by Dish Staff
Policing misogyny is fabulous in theory. In practice, it’s a bitch. [Drew] Curtis notes that Fark’s commenters often appear to be engaging in an extreme “parody” of sexism, using a pastiche of satirical cultural references. (Fark contributors favor the SNL line “Jane, you ignorant slut” and callbacks to Blazing Saddles’ rape jokes.) Where is the line between pointed social commentary and vile misogyny? “On SNL and in a comedy movie … the context is clear,” Curtis continues. “On the Internet, it’s impossible to know the difference between a person with hateful views and a person lampooning hateful views to make a point. The [moderators] try to be reasonable, and context often matters. We will try and determine what you meant, but that’s not always a pass.” He added: “I recommend that when encountering grey areas, instead of trying to figure out where the actual line is, the best strategy would be to stay out of the grey area entirely.”
Telling members of an anonymous Internet message board to stop hating women is, unfortunately, a monumental ask. But instructing posters to refrain from pushing the boundaries of acceptable human discourse—to avoid a “grey area” just in case—is an irresistible provocation. The gray area between vile offensiveness and dark humor is where Fark’s commenter community thrives.
Jason Koebler is more optimistic:
“oderating speech online is tricky, and there’s the whole “slippery slope” argument to be made about censorship. Let’s be clear here: privately owned websites are obviously not required to respect the First Amendment, but there’s a mandate on the internet that anything and everything goes that there’s this de facto assumption that you should be able to say whatever you want, anywhere on the internet.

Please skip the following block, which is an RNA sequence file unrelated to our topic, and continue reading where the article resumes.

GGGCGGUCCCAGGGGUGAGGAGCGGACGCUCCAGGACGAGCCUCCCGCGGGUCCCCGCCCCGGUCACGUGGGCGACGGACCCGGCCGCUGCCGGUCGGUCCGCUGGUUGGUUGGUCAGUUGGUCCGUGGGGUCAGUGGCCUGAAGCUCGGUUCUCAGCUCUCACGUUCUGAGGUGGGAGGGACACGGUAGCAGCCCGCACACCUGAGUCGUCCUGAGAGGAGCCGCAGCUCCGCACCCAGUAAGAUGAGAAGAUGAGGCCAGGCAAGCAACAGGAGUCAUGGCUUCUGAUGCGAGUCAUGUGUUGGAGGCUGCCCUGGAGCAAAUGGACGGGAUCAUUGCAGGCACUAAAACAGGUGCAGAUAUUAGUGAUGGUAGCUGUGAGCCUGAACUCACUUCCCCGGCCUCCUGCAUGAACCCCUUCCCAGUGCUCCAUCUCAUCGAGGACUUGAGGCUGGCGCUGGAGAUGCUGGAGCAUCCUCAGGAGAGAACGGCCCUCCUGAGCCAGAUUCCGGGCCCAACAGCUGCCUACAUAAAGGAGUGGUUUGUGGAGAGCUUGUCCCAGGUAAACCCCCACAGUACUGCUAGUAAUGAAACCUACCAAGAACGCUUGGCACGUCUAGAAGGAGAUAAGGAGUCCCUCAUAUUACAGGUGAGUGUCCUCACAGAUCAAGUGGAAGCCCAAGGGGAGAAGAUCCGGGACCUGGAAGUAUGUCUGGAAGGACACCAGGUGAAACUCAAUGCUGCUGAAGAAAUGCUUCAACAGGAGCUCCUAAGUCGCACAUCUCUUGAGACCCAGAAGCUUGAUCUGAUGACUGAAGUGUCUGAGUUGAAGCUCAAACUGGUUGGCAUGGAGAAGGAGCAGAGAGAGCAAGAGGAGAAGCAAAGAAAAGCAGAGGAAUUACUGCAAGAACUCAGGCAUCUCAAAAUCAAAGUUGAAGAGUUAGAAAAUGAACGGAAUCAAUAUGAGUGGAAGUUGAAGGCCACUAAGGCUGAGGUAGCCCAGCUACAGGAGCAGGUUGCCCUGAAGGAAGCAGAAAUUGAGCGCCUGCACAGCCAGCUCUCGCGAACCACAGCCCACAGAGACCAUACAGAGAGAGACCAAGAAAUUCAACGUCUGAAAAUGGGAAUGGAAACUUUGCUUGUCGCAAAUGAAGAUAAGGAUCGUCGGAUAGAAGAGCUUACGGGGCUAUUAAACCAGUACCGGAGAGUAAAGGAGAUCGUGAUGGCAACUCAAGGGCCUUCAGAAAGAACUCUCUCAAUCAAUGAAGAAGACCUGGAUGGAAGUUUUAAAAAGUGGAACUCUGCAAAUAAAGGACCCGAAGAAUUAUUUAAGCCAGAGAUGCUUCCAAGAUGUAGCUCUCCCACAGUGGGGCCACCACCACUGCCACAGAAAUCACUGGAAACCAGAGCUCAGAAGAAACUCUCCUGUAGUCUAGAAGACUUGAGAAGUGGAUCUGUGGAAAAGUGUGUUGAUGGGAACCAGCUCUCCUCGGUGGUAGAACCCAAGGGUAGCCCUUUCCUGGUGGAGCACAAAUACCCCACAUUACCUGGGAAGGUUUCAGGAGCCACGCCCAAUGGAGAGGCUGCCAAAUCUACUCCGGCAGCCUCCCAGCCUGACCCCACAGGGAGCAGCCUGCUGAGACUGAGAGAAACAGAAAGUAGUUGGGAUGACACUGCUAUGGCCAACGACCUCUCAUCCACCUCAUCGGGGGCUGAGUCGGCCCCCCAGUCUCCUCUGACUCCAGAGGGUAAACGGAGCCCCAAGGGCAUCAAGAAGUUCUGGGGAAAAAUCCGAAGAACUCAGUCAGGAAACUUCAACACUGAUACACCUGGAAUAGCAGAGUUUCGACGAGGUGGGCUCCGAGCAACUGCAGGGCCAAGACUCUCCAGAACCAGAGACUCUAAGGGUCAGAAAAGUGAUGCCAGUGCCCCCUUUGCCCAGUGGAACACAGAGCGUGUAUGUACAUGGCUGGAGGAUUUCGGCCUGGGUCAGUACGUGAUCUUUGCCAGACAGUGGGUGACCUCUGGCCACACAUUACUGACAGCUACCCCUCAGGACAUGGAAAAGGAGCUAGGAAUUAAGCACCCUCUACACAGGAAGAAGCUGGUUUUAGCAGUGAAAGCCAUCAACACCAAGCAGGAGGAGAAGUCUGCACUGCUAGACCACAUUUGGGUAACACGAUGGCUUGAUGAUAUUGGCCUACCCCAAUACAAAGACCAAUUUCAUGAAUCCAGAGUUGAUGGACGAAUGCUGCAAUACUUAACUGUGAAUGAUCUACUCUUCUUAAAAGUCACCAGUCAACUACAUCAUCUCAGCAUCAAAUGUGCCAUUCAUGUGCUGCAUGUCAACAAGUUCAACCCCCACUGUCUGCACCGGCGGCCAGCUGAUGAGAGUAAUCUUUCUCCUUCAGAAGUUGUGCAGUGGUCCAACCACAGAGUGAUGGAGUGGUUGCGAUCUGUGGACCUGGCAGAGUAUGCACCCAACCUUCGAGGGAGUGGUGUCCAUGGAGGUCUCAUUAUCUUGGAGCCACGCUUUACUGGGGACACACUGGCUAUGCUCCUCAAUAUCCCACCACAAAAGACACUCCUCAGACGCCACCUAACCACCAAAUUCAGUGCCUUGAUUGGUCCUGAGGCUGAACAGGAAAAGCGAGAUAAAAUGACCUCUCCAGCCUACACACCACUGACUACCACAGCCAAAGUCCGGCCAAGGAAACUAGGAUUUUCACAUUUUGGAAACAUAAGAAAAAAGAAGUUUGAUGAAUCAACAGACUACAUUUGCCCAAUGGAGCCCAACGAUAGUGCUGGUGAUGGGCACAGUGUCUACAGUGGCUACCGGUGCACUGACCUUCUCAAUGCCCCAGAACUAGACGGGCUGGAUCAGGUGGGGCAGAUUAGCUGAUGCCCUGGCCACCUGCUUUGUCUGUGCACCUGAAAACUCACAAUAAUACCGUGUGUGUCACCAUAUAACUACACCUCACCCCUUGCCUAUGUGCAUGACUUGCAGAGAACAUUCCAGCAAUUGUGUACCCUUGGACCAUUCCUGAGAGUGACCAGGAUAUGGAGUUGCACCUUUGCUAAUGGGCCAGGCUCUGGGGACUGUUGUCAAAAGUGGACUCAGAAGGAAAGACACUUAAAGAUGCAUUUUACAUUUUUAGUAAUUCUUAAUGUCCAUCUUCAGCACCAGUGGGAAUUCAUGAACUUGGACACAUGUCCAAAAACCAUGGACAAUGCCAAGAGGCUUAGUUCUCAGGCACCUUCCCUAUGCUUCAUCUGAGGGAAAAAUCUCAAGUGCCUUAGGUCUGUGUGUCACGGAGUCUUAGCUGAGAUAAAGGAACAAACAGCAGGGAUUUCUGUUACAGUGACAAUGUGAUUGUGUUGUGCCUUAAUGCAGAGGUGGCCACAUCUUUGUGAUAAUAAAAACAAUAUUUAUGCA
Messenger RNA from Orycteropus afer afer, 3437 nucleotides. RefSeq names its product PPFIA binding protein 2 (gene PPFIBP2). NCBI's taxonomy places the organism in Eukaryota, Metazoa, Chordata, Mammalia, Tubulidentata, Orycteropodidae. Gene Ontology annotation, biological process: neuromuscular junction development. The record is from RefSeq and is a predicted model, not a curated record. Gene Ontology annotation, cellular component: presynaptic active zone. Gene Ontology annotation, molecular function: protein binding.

But Fark’s move is more likely to actually facilitate truly free speech, rather than restrict it. And it’s a sign that women’s rights are thankfully and finally being taken a bit more seriously of late (take a look at what Gawker finally did over at Jezebel last week for another example).
Jessica Roy, meanwhile, responds to some of the backlash the ban has received:
It’s hard to imagine Fark’s community will suffer from the banning of easy rape jokes — if anything, it will make the community a safer space for women and might even elevate the quality of humor. And don’t worry, if you’re desperate to discuss how women who dress slutty deserve to be raped, there’s always r/mensrights.